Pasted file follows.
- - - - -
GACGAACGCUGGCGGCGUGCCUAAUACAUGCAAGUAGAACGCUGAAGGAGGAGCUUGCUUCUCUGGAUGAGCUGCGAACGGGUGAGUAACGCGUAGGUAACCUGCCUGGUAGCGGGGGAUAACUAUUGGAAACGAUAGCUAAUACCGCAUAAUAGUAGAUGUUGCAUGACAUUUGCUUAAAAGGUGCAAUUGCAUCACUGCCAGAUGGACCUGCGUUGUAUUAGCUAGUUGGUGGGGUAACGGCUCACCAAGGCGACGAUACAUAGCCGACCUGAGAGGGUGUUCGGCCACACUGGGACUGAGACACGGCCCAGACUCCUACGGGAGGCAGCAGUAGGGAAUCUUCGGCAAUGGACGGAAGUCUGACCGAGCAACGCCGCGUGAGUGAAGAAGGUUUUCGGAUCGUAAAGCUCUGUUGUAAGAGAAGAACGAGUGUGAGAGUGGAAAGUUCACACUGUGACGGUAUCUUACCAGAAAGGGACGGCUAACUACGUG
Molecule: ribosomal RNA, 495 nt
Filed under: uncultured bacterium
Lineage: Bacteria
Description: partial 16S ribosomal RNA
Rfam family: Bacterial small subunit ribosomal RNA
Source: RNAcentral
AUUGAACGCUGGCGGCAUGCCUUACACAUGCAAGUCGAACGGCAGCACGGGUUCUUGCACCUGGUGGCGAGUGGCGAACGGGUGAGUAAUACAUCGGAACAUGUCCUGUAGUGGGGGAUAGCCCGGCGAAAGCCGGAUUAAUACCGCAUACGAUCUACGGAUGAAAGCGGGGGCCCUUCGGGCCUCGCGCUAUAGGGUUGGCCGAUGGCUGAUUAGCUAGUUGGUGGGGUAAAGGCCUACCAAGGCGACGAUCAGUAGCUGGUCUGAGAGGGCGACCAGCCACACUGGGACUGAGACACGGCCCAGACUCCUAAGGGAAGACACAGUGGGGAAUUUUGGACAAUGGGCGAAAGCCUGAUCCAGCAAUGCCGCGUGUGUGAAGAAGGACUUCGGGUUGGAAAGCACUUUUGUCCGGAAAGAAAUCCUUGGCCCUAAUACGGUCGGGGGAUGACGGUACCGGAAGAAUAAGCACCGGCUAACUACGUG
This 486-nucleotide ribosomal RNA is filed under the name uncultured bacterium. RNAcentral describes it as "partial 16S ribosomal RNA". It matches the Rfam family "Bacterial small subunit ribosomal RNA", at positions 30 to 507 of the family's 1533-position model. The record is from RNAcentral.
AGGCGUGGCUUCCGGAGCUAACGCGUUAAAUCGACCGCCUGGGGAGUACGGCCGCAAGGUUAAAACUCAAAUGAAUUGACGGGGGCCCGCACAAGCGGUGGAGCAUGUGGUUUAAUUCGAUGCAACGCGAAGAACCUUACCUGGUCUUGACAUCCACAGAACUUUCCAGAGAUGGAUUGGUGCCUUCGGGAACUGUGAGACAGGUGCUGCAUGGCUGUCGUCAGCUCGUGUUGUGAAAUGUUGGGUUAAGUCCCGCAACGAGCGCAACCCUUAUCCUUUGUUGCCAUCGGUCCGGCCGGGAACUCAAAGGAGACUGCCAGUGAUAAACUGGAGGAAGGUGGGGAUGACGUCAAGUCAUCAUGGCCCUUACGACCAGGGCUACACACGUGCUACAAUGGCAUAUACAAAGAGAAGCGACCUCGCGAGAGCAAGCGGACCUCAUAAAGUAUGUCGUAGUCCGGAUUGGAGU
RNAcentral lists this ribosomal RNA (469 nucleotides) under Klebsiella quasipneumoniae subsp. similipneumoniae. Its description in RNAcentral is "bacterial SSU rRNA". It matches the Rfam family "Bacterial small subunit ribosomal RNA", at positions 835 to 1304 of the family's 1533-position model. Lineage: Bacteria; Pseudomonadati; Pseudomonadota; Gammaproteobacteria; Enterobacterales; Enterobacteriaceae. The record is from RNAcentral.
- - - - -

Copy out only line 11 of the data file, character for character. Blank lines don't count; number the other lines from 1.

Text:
RNAcentral lists this ribosomal RNA (469 nucleotides) under Klebsiella quasipneumoniae subsp. similipneumoniae. Its description in RNAcentral is "bacterial SSU rRNA". It matches the Rfam family "Bacterial small subunit ribosomal RNA", at positions 835 to 1304 of the family's 1533-position model. Lineage: Bacteria; Pseudomonadati; Pseudomonadota; Gammaproteobacteria; Enterobacterales; Enterobacteriaceae. The record is from RNAcentral.